A grueling series between the Los Angeles Lakers and Sacramento Kings heads back to L.A. for Game 5, for a picture perfect conclusion. The Lakers took the first two — at home — while the Kings took the second two — at home — setting up this winner-take-all final game. Chris Webber and the Kings sucked the momentum out of the Lakers in Sacramento, squeaking by in Game 3 and running away with the win in Game 4. The “Bench Mob” of the Kings outscored the Lakers bench 76-19 in the last two games, and were the difference makers in the series not ending earlier.
Being in Los Angeles gives the Lakers a huge advantage over the Kings outside of home court advantage. The Lakers are 40-5 at home while the Kings are just 14-29 on the road this season. Ultimately in Sacramento it was all Shaquille O’Neal and Kobe Bryant as nobody else could really get it going. O’Neal struggled in the second-half of both games on the road, and looked exhausted.
The Lakers get out to an early lead and the Kings seem to be off. Two illegal defense fouls, earning a technical foul is not where you want to be. Webber was called for goal tending, and a loose ball foul as well. Even Rick Adelman received a technical foul in this first quarter. The Staples Center is absolutely rocking, with this crowd. Both teams have had their share of complaints as the referees are calling it fairly loose. Adelman told his team they were playing too emotionally and to let him talk to the officials, during a timeout. Webber picked up another illegal defense call, stop it!
O’Neal was back to form closing in on a double-double after 12 minutes with 10 points and 7 rebounds. The Kings left their rhythm back at Arco Arena as the shot 36.3% the Lakers shot 59%. The biggest difference for the Lakers so far is the 15 points that came from players not named Bryant or O’Neal.
Lakers keep rolling
Looking for a spark on offense, Tony Delk checks in for the Kings to start the second quarter. After not playing in Game 4, the Lakers bring in Derek Fisher who hadn’t missed a game from coaches decision since the 1996-1997 season. Fisher said during a film session that he could stop and guard Delk as they played AAU together in Memphis. What you notice in this quarter, the Lakers are hitting outside shots tonight, something they couldn’t do the previous two. The Kings were able to cheat on defense and stay back to crash the boards, that’s hurting them tonight.
Midway through the second quarter the Lakers are up to shooting 66% from the floor as this game starts to get away from the Kings. Webber is playing more outside in this game than he was, which is allowing O’Neal to stay-home and collect rebounds; not allowing the Kings to get second chance points. Lakers will win the rebounding battle in the first half 29-12.
Really cool shot of Arco, filled with fans watching the game on big screens- this is what it’s all about.
It’s all about energy
There must be a lid on the hoop for the Kings tonight, Vlade Divac, Nick Anderson, and Jason Williams all went scoreless in the second quarter. Heck, Williams was completely invisible, not a stat tallied- not even a turnover. As the half closes one thing is fully apparent, O’Neal cannot be stopped as is just too much for the Kings tonight. 20 points, 14 rebounds and +17 when on the floor. On the Kings side, Webber is doing all of the work, only Scot Pollard and Peja Stojaković have made more than one shot in the first half. Adelman needs to calm his team down at the half and regroup. O’Neal was double and triple teamed successfully in the last two games, not tonight though.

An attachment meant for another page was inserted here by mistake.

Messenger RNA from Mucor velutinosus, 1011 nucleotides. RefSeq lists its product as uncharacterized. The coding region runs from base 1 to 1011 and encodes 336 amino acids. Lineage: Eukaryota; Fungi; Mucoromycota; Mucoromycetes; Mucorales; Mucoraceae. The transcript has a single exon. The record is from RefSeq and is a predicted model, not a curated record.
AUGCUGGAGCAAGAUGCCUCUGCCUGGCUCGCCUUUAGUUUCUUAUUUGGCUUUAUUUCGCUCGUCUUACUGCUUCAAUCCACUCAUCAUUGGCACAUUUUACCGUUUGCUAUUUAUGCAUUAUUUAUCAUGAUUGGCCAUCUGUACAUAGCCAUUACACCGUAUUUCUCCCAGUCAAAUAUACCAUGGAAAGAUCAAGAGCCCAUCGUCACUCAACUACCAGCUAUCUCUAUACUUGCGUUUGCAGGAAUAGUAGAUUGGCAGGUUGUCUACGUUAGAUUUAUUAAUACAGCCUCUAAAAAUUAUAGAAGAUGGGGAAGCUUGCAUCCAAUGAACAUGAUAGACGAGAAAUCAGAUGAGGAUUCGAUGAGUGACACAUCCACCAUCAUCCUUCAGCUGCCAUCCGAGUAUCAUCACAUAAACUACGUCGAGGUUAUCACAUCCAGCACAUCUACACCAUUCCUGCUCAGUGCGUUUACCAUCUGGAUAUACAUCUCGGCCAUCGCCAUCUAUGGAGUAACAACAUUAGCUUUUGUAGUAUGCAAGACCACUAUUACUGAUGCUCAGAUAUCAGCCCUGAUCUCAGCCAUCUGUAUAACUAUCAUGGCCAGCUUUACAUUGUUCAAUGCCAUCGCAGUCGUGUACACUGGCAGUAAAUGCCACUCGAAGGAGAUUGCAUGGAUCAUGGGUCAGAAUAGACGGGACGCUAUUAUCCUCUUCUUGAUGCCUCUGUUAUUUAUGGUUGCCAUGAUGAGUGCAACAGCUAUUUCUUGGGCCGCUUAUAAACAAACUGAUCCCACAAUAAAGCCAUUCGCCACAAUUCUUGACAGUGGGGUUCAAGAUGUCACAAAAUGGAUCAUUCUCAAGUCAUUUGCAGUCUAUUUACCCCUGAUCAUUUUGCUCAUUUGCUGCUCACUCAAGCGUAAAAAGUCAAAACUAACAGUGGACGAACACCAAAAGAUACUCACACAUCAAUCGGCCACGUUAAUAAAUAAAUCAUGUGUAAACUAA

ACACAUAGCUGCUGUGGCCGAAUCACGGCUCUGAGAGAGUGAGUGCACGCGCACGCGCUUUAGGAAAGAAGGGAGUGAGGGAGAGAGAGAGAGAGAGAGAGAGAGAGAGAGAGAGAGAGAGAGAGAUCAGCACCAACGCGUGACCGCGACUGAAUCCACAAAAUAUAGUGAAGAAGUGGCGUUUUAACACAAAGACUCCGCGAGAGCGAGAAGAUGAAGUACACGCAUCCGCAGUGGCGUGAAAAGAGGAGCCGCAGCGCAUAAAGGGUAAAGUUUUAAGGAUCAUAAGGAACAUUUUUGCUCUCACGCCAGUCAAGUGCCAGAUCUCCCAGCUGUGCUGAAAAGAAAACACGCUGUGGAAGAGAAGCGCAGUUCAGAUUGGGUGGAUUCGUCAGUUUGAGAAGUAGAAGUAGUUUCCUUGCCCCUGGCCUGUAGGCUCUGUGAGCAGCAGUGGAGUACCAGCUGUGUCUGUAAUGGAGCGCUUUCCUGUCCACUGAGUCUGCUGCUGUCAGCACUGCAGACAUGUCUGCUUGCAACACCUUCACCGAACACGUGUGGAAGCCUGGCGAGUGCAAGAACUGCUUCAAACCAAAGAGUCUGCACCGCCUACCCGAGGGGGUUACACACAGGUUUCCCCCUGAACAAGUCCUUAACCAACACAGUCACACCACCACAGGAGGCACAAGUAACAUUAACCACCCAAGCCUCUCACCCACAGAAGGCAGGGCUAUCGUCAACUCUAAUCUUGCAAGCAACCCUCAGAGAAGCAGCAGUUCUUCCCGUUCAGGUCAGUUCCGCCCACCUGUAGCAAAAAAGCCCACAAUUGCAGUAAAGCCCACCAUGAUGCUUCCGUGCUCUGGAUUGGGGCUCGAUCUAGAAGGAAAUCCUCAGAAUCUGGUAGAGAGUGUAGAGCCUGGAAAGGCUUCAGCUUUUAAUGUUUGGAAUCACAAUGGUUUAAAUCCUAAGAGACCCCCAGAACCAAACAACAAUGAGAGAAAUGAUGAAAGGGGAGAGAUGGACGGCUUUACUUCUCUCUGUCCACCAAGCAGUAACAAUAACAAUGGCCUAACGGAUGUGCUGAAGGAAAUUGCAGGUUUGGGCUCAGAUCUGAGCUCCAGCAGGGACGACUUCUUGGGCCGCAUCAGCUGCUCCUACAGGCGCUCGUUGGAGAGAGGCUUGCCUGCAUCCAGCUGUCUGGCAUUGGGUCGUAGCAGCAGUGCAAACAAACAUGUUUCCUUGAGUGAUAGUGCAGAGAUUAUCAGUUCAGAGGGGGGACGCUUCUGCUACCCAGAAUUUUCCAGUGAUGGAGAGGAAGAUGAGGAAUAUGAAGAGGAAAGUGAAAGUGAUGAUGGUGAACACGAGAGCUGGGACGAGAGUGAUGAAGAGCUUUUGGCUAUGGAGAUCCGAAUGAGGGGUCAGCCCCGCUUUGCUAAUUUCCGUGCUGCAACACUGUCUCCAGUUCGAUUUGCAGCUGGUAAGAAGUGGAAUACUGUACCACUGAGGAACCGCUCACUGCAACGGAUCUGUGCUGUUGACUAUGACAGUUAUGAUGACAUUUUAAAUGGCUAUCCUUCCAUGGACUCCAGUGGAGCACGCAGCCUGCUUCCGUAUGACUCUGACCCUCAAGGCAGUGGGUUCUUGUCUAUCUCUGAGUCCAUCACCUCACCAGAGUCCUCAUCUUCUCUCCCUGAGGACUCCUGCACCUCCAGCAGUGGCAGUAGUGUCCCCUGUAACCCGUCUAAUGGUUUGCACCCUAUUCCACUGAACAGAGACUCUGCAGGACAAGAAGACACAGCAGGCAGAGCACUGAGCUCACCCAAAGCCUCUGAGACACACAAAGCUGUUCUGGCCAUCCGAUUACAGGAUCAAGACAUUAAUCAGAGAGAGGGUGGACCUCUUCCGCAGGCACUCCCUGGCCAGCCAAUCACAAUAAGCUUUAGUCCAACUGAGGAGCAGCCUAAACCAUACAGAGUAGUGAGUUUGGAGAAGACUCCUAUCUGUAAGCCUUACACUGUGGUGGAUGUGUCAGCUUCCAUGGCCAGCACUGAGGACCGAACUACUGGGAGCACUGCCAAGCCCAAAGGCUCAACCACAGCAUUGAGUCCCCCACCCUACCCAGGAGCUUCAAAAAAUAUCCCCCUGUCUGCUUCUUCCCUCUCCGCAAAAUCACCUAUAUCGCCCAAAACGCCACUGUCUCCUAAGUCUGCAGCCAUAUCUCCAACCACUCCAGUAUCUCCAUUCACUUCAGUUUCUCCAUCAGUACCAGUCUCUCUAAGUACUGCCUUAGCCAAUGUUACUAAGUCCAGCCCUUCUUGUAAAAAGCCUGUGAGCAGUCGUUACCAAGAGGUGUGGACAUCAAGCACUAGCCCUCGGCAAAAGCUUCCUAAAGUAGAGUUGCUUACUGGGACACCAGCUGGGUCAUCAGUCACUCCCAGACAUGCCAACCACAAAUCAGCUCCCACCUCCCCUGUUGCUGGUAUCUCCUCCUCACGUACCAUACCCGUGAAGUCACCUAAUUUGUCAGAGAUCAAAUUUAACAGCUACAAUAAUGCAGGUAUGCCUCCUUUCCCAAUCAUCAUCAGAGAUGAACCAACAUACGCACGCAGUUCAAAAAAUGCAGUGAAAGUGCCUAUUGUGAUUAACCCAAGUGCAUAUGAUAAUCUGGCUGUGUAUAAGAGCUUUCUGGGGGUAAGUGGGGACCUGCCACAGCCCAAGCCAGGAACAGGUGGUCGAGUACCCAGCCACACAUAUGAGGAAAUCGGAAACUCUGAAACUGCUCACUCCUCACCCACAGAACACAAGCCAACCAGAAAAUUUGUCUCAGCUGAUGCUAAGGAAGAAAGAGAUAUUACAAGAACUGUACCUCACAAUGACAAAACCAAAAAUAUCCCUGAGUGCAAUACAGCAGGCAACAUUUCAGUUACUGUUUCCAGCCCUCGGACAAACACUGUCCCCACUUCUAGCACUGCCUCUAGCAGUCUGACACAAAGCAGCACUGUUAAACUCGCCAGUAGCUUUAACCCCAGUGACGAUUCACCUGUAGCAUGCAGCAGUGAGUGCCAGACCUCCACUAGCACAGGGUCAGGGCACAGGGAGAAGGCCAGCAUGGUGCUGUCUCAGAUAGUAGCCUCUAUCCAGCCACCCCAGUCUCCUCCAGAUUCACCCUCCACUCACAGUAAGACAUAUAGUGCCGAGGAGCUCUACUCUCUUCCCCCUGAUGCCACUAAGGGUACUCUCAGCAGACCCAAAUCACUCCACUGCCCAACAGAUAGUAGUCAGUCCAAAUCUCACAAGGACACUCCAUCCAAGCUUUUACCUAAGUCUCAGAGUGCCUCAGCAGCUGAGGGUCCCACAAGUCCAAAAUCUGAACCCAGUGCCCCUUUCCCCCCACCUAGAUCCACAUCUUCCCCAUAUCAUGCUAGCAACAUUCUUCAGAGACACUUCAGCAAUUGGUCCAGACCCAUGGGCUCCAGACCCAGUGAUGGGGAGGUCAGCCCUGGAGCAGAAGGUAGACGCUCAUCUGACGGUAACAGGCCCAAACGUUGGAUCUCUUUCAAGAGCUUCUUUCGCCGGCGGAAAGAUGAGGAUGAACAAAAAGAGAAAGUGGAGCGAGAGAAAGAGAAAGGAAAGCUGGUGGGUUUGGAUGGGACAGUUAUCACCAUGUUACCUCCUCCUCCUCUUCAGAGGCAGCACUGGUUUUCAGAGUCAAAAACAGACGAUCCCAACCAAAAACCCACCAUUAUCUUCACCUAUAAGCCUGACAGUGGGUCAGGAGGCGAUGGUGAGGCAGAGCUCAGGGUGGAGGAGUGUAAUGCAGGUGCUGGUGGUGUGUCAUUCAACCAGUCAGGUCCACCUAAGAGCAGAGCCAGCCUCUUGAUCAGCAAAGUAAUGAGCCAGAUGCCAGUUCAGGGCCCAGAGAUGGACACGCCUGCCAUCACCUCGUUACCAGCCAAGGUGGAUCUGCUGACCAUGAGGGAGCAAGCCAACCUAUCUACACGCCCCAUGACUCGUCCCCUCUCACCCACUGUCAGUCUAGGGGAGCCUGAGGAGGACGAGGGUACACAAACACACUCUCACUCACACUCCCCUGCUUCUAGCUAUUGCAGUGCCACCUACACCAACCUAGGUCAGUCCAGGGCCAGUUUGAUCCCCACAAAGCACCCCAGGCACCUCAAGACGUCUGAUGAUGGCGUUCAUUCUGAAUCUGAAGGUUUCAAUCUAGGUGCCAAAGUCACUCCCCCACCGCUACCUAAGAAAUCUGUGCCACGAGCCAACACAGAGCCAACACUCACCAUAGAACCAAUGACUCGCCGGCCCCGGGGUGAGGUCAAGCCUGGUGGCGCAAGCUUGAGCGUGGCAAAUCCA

To add more fuel-to-the-fire for the Lakers, Divac attempted a long range three at the buzzer to which Bryant rejected. The fans were never quiet in the first half, and the Kings couldn’t shake it.
O’Neal is too much
The Kings start out the second half with a turnover, followed by a miss and are not getting back on defense. After a rare O’Neal miss, Divac get called for a charge. Then, a technical foul. Already, this second half is crumbling for the Kings and the Lakers never let up off the gas. Divac is in foul trouble early in the second half as he picks up his fourth foul 3:30 into the third quarter.
In this third quarter the Kings had two scoring droughts of more than three minutes each. The first included two missed shots, two turnovers and two O’Neal rejections; the second saw six straight misses from the the Kings. O’Neal wasn’t in foul trouble and was able to play aggressive leaving the Kings settling for outside shots, clearly not dropping. The Kings were not playing “attack-a-Shaq” as John Thompson claimed and that was the difference. A.C. Green showed up to play this game as well, making his presence felt on the offensive glass with three just in this quarter. Pollard tried to swing the momentum with a hard foul on O’Neal, that just riled up the crowd more- and the Lakers.
The Kings only scored 18 in the third quarter to the Lakers 30.
Close it out and move onto Phoenix
More of the same for the Kings as they start out the final period scoreless for the first 2:10. They actually don’t make a field goal for the first 5:12. Adelman had his bench play the entire quarter as the lead was too big and the Lakers were too much. On the Lakers side, O’Neal was the only starter to get any playing time (1:57) as Phil Jackson had his bench close out the series.
The Lakers and Kings rivalry would continue to grow as this was only the beginning.
Series stat lines
O’Neal: 147 points, 87 rebounds, 12 blocks, 14 assists
Bryant: 139 points, 22 rebounds, 18 assists
Rice: 80 points, 25 rebounds, 17 assists
Webber: 122 points, 48 rebounds, 27 assists, 9 blocks
Delk: 56 points, 17 rebounds, 7 assists
Divac: 56 points, 36 rebounds, 14 assists
The Phoenix Suns are next in the bracket as the Western Conference playoffs move on for a showdown on May 7, 2000.